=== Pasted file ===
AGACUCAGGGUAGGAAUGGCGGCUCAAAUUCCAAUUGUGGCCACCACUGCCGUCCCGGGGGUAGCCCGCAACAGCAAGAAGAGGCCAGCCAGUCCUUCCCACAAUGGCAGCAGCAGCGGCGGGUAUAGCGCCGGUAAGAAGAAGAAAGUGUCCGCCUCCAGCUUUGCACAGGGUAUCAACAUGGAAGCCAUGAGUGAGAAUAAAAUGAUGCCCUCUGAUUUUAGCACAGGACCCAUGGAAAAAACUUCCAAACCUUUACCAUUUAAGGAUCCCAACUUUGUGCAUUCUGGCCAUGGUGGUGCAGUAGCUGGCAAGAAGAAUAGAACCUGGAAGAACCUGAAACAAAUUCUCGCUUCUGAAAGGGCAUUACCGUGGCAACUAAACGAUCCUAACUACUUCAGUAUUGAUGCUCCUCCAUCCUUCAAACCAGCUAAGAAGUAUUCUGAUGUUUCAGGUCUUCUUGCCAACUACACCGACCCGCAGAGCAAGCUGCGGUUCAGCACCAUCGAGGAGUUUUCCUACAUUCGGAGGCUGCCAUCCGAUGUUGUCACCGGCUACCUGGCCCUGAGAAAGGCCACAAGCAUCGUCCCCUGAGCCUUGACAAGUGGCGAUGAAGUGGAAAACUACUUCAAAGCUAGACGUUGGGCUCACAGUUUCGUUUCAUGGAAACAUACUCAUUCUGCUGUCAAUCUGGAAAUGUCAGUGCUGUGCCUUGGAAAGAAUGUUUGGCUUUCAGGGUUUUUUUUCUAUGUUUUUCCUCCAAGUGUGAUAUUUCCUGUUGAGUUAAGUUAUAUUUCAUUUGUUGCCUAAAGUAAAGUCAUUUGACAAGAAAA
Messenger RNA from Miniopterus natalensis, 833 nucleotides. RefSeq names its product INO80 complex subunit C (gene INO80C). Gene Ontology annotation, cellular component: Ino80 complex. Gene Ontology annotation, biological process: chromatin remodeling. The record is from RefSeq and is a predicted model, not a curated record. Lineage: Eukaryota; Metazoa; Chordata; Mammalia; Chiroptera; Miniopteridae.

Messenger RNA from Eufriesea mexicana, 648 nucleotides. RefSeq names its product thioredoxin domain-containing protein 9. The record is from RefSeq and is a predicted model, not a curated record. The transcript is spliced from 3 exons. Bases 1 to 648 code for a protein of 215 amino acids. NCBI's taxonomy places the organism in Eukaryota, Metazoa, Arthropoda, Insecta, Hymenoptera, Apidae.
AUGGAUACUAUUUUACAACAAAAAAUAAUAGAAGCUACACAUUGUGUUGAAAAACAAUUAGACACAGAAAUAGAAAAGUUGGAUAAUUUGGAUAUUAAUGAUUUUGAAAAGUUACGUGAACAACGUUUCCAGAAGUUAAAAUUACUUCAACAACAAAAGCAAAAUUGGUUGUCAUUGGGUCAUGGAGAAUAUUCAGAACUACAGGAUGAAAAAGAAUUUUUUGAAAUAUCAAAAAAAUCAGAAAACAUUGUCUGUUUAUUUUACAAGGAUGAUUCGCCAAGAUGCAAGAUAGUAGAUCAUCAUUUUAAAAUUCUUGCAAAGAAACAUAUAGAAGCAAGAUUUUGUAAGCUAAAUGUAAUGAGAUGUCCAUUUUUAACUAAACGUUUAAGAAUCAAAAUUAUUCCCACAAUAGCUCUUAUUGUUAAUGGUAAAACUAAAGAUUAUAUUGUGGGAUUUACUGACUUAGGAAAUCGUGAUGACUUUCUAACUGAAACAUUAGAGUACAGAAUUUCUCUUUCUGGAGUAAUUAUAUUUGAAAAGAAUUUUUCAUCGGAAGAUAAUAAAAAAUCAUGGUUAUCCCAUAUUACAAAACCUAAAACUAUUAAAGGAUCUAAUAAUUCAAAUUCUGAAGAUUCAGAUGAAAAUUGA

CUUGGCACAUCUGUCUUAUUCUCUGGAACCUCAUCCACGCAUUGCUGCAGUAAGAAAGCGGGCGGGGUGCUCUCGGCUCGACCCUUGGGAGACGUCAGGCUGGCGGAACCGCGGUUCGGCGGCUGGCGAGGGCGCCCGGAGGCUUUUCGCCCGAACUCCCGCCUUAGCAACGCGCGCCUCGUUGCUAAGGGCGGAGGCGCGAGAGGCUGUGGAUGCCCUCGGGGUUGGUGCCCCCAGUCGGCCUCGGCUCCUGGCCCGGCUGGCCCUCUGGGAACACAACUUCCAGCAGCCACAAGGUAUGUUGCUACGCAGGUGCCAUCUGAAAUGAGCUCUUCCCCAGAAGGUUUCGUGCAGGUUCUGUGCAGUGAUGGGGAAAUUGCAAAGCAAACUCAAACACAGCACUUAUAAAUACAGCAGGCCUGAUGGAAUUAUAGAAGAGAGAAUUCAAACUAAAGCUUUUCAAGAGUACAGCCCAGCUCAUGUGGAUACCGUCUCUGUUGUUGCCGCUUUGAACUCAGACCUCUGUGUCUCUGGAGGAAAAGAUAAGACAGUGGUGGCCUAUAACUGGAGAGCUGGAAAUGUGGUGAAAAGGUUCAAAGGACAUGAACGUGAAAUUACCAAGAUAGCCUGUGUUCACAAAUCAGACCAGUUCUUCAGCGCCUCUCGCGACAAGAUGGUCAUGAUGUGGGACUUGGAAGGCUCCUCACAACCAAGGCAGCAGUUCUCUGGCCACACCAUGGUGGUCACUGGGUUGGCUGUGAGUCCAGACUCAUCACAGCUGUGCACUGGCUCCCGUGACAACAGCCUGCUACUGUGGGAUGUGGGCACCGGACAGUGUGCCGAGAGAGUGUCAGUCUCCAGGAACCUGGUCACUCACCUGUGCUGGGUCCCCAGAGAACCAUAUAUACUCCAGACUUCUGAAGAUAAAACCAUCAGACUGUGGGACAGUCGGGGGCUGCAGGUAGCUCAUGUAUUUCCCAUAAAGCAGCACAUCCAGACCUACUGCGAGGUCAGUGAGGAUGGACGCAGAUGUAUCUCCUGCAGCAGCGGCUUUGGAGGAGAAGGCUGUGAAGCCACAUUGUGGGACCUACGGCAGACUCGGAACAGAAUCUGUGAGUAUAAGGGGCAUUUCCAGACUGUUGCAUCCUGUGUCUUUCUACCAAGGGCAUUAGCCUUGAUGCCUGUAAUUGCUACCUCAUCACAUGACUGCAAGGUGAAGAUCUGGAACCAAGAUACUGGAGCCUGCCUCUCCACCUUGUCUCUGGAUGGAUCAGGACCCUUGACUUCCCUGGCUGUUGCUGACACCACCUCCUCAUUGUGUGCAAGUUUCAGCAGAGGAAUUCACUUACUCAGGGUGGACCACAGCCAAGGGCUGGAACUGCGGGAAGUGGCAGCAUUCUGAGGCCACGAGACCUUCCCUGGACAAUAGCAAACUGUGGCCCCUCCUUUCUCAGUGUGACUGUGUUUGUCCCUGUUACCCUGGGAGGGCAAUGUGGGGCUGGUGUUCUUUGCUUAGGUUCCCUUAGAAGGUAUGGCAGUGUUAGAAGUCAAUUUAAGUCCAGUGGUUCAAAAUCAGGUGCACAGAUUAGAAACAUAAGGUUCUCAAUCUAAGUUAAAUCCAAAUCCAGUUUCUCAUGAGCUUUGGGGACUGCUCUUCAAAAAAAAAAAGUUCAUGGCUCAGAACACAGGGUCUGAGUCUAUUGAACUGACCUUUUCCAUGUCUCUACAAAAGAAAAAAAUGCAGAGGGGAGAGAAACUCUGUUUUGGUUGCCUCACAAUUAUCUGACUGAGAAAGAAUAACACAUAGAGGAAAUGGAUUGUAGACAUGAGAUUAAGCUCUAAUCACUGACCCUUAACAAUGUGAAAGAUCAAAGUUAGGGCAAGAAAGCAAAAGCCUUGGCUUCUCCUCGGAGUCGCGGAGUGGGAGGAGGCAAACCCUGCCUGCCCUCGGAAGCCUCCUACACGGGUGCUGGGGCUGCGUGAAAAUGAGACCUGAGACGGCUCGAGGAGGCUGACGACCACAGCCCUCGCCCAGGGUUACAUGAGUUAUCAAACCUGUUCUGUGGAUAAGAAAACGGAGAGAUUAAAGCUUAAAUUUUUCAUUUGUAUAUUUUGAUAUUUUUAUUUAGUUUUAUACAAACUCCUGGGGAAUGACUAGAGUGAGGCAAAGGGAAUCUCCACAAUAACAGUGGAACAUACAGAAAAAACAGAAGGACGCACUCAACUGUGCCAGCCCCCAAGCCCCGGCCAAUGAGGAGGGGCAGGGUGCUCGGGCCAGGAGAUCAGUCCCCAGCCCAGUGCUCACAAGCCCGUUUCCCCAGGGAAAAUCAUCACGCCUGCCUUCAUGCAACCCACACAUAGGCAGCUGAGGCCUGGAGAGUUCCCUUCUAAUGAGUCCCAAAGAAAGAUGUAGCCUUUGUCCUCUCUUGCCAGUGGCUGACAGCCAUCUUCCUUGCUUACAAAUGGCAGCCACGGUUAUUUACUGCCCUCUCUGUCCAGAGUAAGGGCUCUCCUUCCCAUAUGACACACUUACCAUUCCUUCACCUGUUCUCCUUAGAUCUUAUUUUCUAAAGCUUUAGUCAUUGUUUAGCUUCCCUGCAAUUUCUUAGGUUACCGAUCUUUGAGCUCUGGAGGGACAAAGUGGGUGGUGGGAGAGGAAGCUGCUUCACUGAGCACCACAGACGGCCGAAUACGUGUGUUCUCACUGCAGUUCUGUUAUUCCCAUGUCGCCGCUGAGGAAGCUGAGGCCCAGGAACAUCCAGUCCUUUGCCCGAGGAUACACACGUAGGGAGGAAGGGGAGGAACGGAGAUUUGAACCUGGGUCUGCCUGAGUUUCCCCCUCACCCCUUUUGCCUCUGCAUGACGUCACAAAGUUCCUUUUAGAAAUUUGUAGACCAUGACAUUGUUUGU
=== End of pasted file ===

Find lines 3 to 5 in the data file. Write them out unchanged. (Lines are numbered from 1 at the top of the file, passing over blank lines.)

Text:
Messenger RNA from Eufriesea mexicana, 648 nucleotides. RefSeq names its product thioredoxin domain-containing protein 9. The record is from RefSeq and is a predicted model, not a curated record. The transcript is spliced from 3 exons. Bases 1 to 648 code for a protein of 215 amino acids. NCBI's taxonomy places the organism in Eukaryota, Metazoa, Arthropoda, Insecta, Hymenoptera, Apidae.
AUGGAUACUAUUUUACAACAAAAAAUAAUAGAAGCUACACAUUGUGUUGAAAAACAAUUAGACACAGAAAUAGAAAAGUUGGAUAAUUUGGAUAUUAAUGAUUUUGAAAAGUUACGUGAACAACGUUUCCAGAAGUUAAAAUUACUUCAACAACAAAAGCAAAAUUGGUUGUCAUUGGGUCAUGGAGAAUAUUCAGAACUACAGGAUGAAAAAGAAUUUUUUGAAAUAUCAAAAAAAUCAGAAAACAUUGUCUGUUUAUUUUACAAGGAUGAUUCGCCAAGAUGCAAGAUAGUAGAUCAUCAUUUUAAAAUUCUUGCAAAGAAACAUAUAGAAGCAAGAUUUUGUAAGCUAAAUGUAAUGAGAUGUCCAUUUUUAACUAAACGUUUAAGAAUCAAAAUUAUUCCCACAAUAGCUCUUAUUGUUAAUGGUAAAACUAAAGAUUAUAUUGUGGGAUUUACUGACUUAGGAAAUCGUGAUGACUUUCUAACUGAAACAUUAGAGUACAGAAUUUCUCUUUCUGGAGUAAUUAUAUUUGAAAAGAAUUUUUCAUCGGAAGAUAAUAAAAAAUCAUGGUUAUCCCAUAUUACAAAACCUAAAACUAUUAAAGGAUCUAAUAAUUCAAAUUCUGAAGAUUCAGAUGAAAAUUGA

CUUGGCACAUCUGUCUUAUUCUCUGGAACCUCAUCCACGCAUUGCUGCAGUAAGAAAGCGGGCGGGGUGCUCUCGGCUCGACCCUUGGGAGACGUCAGGCUGGCGGAACCGCGGUUCGGCGGCUGGCGAGGGCGCCCGGAGGCUUUUCGCCCGAACUCCCGCCUUAGCAACGCGCGCCUCGUUGCUAAGGGCGGAGGCGCGAGAGGCUGUGGAUGCCCUCGGGGUUGGUGCCCCCAGUCGGCCUCGGCUCCUGGCCCGGCUGGCCCUCUGGGAACACAACUUCCAGCAGCCACAAGGUAUGUUGCUACGCAGGUGCCAUCUGAAAUGAGCUCUUCCCCAGAAGGUUUCGUGCAGGUUCUGUGCAGUGAUGGGGAAAUUGCAAAGCAAACUCAAACACAGCACUUAUAAAUACAGCAGGCCUGAUGGAAUUAUAGAAGAGAGAAUUCAAACUAAAGCUUUUCAAGAGUACAGCCCAGCUCAUGUGGAUACCGUCUCUGUUGUUGCCGCUUUGAACUCAGACCUCUGUGUCUCUGGAGGAAAAGAUAAGACAGUGGUGGCCUAUAACUGGAGAGCUGGAAAUGUGGUGAAAAGGUUCAAAGGACAUGAACGUGAAAUUACCAAGAUAGCCUGUGUUCACAAAUCAGACCAGUUCUUCAGCGCCUCUCGCGACAAGAUGGUCAUGAUGUGGGACUUGGAAGGCUCCUCACAACCAAGGCAGCAGUUCUCUGGCCACACCAUGGUGGUCACUGGGUUGGCUGUGAGUCCAGACUCAUCACAGCUGUGCACUGGCUCCCGUGACAACAGCCUGCUACUGUGGGAUGUGGGCACCGGACAGUGUGCCGAGAGAGUGUCAGUCUCCAGGAACCUGGUCACUCACCUGUGCUGGGUCCCCAGAGAACCAUAUAUACUCCAGACUUCUGAAGAUAAAACCAUCAGACUGUGGGACAGUCGGGGGCUGCAGGUAGCUCAUGUAUUUCCCAUAAAGCAGCACAUCCAGACCUACUGCGAGGUCAGUGAGGAUGGACGCAGAUGUAUCUCCUGCAGCAGCGGCUUUGGAGGAGAAGGCUGUGAAGCCACAUUGUGGGACCUACGGCAGACUCGGAACAGAAUCUGUGAGUAUAAGGGGCAUUUCCAGACUGUUGCAUCCUGUGUCUUUCUACCAAGGGCAUUAGCCUUGAUGCCUGUAAUUGCUACCUCAUCACAUGACUGCAAGGUGAAGAUCUGGAACCAAGAUACUGGAGCCUGCCUCUCCACCUUGUCUCUGGAUGGAUCAGGACCCUUGACUUCCCUGGCUGUUGCUGACACCACCUCCUCAUUGUGUGCAAGUUUCAGCAGAGGAAUUCACUUACUCAGGGUGGACCACAGCCAAGGGCUGGAACUGCGGGAAGUGGCAGCAUUCUGAGGCCACGAGACCUUCCCUGGACAAUAGCAAACUGUGGCCCCUCCUUUCUCAGUGUGACUGUGUUUGUCCCUGUUACCCUGGGAGGGCAAUGUGGGGCUGGUGUUCUUUGCUUAGGUUCCCUUAGAAGGUAUGGCAGUGUUAGAAGUCAAUUUAAGUCCAGUGGUUCAAAAUCAGGUGCACAGAUUAGAAACAUAAGGUUCUCAAUCUAAGUUAAAUCCAAAUCCAGUUUCUCAUGAGCUUUGGGGACUGCUCUUCAAAAAAAAAAAGUUCAUGGCUCAGAACACAGGGUCUGAGUCUAUUGAACUGACCUUUUCCAUGUCUCUACAAAAGAAAAAAAUGCAGAGGGGAGAGAAACUCUGUUUUGGUUGCCUCACAAUUAUCUGACUGAGAAAGAAUAACACAUAGAGGAAAUGGAUUGUAGACAUGAGAUUAAGCUCUAAUCACUGACCCUUAACAAUGUGAAAGAUCAAAGUUAGGGCAAGAAAGCAAAAGCCUUGGCUUCUCCUCGGAGUCGCGGAGUGGGAGGAGGCAAACCCUGCCUGCCCUCGGAAGCCUCCUACACGGGUGCUGGGGCUGCGUGAAAAUGAGACCUGAGACGGCUCGAGGAGGCUGACGACCACAGCCCUCGCCCAGGGUUACAUGAGUUAUCAAACCUGUUCUGUGGAUAAGAAAACGGAGAGAUUAAAGCUUAAAUUUUUCAUUUGUAUAUUUUGAUAUUUUUAUUUAGUUUUAUACAAACUCCUGGGGAAUGACUAGAGUGAGGCAAAGGGAAUCUCCACAAUAACAGUGGAACAUACAGAAAAAACAGAAGGACGCACUCAACUGUGCCAGCCCCCAAGCCCCGGCCAAUGAGGAGGGGCAGGGUGCUCGGGCCAGGAGAUCAGUCCCCAGCCCAGUGCUCACAAGCCCGUUUCCCCAGGGAAAAUCAUCACGCCUGCCUUCAUGCAACCCACACAUAGGCAGCUGAGGCCUGGAGAGUUCCCUUCUAAUGAGUCCCAAAGAAAGAUGUAGCCUUUGUCCUCUCUUGCCAGUGGCUGACAGCCAUCUUCCUUGCUUACAAAUGGCAGCCACGGUUAUUUACUGCCCUCUCUGUCCAGAGUAAGGGCUCUCCUUCCCAUAUGACACACUUACCAUUCCUUCACCUGUUCUCCUUAGAUCUUAUUUUCUAAAGCUUUAGUCAUUGUUUAGCUUCCCUGCAAUUUCUUAGGUUACCGAUCUUUGAGCUCUGGAGGGACAAAGUGGGUGGUGGGAGAGGAAGCUGCUUCACUGAGCACCACAGACGGCCGAAUACGUGUGUUCUCACUGCAGUUCUGUUAUUCCCAUGUCGCCGCUGAGGAAGCUGAGGCCCAGGAACAUCCAGUCCUUUGCCCGAGGAUACACACGUAGGGAGGAAGGGGAGGAACGGAGAUUUGAACCUGGGUCUGCCUGAGUUUCCCCCUCACCCCUUUUGCCUCUGCAUGACGUCACAAAGUUCCUUUUAGAAAUUUGUAGACCAUGACAUUGUUUGU